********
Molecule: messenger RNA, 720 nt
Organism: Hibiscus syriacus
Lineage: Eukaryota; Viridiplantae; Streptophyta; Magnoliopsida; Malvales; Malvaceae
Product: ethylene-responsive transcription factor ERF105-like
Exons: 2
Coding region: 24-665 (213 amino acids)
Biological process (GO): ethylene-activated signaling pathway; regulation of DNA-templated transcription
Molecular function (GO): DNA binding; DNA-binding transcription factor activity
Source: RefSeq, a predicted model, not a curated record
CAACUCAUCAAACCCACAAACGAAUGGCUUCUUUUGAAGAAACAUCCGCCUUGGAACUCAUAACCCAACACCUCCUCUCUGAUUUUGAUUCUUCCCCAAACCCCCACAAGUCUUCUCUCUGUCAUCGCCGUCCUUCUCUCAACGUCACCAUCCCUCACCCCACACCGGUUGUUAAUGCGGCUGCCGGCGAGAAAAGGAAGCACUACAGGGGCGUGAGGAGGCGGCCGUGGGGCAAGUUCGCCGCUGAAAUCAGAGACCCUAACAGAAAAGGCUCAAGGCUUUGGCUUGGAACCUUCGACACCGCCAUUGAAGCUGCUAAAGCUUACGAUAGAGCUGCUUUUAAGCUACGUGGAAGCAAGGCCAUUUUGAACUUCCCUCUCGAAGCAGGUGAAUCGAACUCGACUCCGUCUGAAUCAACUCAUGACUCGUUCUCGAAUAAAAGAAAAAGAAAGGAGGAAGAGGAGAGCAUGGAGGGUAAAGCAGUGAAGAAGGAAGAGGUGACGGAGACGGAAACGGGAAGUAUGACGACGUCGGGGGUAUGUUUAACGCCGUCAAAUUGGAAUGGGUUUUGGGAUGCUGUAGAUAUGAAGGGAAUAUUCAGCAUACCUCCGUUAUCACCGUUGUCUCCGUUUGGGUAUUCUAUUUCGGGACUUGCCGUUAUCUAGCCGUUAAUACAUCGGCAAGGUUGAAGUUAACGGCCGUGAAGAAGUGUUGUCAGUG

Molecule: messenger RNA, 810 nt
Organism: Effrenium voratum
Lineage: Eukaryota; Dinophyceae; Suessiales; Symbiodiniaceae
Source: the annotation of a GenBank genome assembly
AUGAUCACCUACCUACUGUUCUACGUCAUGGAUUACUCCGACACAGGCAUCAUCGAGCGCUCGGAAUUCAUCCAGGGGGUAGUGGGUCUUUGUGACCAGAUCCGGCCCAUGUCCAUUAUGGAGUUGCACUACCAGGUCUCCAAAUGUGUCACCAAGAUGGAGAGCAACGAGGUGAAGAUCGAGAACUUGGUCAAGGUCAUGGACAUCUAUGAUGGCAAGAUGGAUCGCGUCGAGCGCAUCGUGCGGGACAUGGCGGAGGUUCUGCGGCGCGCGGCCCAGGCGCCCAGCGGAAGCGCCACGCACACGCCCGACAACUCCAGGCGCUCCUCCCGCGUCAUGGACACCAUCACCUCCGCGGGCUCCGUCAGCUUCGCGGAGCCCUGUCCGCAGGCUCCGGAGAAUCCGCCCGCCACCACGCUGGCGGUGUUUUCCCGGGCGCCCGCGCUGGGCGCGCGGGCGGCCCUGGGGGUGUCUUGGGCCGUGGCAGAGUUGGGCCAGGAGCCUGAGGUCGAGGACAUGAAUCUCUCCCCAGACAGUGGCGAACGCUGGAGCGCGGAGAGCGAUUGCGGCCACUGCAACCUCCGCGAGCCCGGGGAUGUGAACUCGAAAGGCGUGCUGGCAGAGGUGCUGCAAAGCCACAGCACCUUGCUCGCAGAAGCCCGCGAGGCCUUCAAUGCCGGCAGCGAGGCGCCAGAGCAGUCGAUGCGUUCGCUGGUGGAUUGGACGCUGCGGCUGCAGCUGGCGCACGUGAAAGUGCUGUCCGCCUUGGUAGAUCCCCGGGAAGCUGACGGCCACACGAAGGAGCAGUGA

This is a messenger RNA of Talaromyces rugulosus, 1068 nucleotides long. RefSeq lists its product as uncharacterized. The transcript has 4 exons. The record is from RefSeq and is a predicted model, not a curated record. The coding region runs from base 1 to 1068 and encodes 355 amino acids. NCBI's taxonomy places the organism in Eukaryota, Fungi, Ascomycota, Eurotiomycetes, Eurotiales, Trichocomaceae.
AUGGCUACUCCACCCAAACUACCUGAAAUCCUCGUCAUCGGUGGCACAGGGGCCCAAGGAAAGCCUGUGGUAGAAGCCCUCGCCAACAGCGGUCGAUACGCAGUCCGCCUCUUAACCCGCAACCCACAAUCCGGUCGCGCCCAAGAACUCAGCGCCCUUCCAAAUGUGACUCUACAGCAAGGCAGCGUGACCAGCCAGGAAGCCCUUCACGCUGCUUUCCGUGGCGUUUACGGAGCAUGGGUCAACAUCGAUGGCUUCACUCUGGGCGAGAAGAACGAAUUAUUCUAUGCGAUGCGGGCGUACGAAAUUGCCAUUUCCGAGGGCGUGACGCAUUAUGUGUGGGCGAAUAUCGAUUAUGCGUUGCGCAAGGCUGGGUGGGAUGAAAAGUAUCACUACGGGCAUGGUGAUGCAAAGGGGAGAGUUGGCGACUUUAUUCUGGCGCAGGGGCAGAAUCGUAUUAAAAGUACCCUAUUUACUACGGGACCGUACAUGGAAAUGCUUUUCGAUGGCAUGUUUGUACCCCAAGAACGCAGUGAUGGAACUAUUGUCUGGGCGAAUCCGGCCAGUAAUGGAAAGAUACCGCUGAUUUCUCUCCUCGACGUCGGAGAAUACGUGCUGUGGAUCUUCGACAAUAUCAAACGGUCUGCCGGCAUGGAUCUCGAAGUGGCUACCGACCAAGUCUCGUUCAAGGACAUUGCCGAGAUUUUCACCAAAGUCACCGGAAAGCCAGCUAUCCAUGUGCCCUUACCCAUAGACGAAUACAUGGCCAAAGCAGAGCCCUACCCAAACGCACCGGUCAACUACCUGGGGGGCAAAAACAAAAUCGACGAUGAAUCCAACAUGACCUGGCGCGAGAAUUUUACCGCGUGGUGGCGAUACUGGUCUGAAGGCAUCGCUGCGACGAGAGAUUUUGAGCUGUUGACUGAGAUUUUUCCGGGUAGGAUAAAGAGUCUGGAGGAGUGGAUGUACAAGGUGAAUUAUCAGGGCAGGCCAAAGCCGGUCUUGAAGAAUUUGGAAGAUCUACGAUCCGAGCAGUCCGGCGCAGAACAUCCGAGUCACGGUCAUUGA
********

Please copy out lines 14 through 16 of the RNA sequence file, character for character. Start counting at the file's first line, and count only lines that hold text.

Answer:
Source: the annotation of a GenBank genome assembly
AUGAUCACCUACCUACUGUUCUACGUCAUGGAUUACUCCGACACAGGCAUCAUCGAGCGCUCGGAAUUCAUCCAGGGGGUAGUGGGUCUUUGUGACCAGAUCCGGCCCAUGUCCAUUAUGGAGUUGCACUACCAGGUCUCCAAAUGUGUCACCAAGAUGGAGAGCAACGAGGUGAAGAUCGAGAACUUGGUCAAGGUCAUGGACAUCUAUGAUGGCAAGAUGGAUCGCGUCGAGCGCAUCGUGCGGGACAUGGCGGAGGUUCUGCGGCGCGCGGCCCAGGCGCCCAGCGGAAGCGCCACGCACACGCCCGACAACUCCAGGCGCUCCUCCCGCGUCAUGGACACCAUCACCUCCGCGGGCUCCGUCAGCUUCGCGGAGCCCUGUCCGCAGGCUCCGGAGAAUCCGCCCGCCACCACGCUGGCGGUGUUUUCCCGGGCGCCCGCGCUGGGCGCGCGGGCGGCCCUGGGGGUGUCUUGGGCCGUGGCAGAGUUGGGCCAGGAGCCUGAGGUCGAGGACAUGAAUCUCUCCCCAGACAGUGGCGAACGCUGGAGCGCGGAGAGCGAUUGCGGCCACUGCAACCUCCGCGAGCCCGGGGAUGUGAACUCGAAAGGCGUGCUGGCAGAGGUGCUGCAAAGCCACAGCACCUUGCUCGCAGAAGCCCGCGAGGCCUUCAAUGCCGGCAGCGAGGCGCCAGAGCAGUCGAUGCGUUCGCUGGUGGAUUGGACGCUGCGGCUGCAGCUGGCGCACGUGAAAGUGCUGUCCGCCUUGGUAGAUCCCCGGGAAGCUGACGGCCACACGAAGGAGCAGUGA

This is a messenger RNA of Talaromyces rugulosus, 1068 nucleotides long. RefSeq lists its product as uncharacterized. The transcript has 4 exons. The record is from RefSeq and is a predicted model, not a curated record. The coding region runs from base 1 to 1068 and encodes 355 amino acids. NCBI's taxonomy places the organism in Eukaryota, Fungi, Ascomycota, Eurotiomycetes, Eurotiales, Trichocomaceae.